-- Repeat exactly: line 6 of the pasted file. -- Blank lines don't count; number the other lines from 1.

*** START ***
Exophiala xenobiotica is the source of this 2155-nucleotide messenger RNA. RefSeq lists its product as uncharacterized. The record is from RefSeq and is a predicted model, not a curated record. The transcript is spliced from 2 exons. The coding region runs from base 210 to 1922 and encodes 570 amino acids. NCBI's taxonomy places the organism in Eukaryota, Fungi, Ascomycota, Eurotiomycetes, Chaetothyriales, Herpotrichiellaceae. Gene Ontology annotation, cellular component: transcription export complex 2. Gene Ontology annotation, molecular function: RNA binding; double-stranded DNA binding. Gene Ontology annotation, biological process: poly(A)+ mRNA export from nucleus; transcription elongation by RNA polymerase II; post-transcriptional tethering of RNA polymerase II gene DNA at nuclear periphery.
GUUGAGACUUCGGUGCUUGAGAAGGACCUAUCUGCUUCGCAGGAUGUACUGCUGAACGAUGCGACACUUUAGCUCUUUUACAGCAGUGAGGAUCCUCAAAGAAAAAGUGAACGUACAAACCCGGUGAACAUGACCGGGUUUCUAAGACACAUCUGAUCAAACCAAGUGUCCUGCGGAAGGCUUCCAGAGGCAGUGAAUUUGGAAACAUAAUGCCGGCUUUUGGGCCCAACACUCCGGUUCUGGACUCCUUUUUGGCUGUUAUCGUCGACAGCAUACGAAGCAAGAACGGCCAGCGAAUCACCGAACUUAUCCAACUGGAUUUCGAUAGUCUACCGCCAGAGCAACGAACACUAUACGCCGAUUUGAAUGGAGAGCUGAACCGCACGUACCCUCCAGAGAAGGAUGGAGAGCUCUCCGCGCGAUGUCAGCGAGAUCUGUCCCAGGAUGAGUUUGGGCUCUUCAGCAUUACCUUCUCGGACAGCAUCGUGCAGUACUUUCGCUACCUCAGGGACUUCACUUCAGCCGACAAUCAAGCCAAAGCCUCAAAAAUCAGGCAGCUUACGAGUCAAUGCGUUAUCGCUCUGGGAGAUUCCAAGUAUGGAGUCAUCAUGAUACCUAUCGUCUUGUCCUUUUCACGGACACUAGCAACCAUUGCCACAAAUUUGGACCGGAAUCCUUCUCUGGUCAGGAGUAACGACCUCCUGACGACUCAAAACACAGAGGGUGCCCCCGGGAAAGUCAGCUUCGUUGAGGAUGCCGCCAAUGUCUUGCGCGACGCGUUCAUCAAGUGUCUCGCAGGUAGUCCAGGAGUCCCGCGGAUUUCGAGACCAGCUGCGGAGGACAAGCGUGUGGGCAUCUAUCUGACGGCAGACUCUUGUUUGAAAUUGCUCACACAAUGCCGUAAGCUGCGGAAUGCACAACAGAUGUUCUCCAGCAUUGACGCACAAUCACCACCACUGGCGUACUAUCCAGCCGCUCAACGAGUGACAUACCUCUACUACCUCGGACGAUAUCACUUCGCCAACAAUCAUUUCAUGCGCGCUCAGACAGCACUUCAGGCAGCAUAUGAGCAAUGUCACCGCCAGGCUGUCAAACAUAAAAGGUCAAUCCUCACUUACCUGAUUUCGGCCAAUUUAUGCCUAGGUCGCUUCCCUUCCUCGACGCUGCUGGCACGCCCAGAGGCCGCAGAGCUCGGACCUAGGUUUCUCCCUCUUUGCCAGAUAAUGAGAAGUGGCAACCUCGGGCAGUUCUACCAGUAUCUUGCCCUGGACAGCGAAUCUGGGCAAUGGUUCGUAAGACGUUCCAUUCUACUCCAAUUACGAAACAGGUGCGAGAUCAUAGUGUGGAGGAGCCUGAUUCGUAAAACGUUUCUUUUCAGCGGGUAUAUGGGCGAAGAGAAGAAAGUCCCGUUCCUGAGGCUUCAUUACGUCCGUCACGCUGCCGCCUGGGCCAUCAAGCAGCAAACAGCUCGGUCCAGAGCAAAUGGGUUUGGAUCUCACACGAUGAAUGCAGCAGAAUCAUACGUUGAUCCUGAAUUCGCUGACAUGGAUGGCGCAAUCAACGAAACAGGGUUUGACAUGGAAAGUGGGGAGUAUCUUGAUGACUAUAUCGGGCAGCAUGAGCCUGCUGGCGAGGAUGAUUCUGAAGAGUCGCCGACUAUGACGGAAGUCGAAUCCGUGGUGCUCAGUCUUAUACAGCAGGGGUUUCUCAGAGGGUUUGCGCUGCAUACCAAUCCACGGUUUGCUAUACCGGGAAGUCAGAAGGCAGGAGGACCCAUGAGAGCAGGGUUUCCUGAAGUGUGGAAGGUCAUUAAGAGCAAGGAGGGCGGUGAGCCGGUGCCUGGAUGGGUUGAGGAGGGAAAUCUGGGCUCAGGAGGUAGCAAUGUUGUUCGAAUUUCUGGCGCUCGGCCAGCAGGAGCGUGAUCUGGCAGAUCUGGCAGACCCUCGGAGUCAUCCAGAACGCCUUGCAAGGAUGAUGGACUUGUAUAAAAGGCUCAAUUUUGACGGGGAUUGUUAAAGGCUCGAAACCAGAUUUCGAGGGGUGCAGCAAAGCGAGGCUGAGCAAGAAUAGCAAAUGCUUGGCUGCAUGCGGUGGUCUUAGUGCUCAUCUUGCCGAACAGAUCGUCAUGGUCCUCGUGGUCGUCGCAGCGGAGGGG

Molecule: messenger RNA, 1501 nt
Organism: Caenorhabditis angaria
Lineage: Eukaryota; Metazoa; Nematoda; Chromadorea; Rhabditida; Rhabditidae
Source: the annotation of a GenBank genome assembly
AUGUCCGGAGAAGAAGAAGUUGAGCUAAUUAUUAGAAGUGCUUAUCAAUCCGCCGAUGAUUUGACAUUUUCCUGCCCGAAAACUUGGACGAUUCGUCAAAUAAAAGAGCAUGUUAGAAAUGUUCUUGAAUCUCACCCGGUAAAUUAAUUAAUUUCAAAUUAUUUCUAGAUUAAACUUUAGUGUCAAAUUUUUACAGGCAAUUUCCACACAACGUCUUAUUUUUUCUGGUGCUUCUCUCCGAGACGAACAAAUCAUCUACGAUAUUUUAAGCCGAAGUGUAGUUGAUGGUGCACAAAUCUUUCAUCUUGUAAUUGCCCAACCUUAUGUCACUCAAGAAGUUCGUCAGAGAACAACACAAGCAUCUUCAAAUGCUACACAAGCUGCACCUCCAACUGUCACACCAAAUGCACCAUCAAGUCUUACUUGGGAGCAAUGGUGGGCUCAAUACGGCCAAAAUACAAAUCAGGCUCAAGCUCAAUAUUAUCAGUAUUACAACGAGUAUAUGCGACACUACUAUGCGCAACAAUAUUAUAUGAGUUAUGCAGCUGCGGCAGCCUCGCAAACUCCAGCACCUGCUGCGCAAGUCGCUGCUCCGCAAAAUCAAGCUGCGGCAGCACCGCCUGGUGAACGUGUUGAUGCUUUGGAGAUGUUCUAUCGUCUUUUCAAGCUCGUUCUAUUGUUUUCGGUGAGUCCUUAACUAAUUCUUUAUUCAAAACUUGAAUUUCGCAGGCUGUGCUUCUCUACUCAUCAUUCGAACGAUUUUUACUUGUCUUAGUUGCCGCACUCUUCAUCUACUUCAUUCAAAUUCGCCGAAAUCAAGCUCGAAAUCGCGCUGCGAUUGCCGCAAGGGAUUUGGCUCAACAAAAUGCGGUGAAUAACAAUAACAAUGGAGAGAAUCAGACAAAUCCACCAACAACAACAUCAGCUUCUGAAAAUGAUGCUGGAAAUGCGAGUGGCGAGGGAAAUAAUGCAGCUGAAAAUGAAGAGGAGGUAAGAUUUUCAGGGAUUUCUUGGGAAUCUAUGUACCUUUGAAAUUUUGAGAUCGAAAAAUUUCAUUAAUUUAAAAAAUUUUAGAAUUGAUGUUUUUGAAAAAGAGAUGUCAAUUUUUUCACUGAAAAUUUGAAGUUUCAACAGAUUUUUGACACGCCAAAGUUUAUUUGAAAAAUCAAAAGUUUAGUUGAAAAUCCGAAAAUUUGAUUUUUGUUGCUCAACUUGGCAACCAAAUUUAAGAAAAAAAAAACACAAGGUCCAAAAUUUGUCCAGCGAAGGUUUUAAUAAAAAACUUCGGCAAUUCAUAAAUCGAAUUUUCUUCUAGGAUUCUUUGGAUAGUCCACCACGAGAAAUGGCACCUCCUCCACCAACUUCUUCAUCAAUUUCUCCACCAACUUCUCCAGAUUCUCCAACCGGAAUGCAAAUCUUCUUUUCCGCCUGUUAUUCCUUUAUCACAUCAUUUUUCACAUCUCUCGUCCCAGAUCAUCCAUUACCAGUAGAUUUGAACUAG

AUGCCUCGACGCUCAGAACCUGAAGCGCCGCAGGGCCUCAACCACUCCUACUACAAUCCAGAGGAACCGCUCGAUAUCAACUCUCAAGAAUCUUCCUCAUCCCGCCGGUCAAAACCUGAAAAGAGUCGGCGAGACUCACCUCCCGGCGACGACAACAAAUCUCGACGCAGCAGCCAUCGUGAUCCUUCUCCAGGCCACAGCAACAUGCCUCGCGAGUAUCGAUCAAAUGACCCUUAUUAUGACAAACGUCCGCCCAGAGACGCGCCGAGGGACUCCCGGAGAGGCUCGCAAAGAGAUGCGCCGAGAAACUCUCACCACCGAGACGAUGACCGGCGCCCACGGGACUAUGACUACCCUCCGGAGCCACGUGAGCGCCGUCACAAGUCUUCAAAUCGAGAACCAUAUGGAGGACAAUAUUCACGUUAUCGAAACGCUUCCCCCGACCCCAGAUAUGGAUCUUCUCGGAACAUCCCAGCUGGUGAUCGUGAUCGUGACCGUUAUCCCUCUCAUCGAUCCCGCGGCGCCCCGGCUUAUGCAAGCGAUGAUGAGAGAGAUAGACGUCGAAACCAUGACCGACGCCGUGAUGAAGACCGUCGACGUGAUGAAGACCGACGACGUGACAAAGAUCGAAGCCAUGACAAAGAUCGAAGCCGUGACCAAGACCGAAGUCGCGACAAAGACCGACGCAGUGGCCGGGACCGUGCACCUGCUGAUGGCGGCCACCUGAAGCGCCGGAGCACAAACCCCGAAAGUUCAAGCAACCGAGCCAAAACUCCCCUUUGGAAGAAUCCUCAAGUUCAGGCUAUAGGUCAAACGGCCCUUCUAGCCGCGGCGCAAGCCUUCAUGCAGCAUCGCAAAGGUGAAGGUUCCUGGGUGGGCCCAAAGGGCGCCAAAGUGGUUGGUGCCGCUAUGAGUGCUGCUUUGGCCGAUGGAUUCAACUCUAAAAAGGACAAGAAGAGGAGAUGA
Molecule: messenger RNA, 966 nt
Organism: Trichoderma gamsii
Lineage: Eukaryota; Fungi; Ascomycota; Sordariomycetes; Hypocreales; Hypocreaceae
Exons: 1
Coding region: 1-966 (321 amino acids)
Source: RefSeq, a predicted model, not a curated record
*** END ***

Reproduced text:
Source: the annotation of a GenBank genome assembly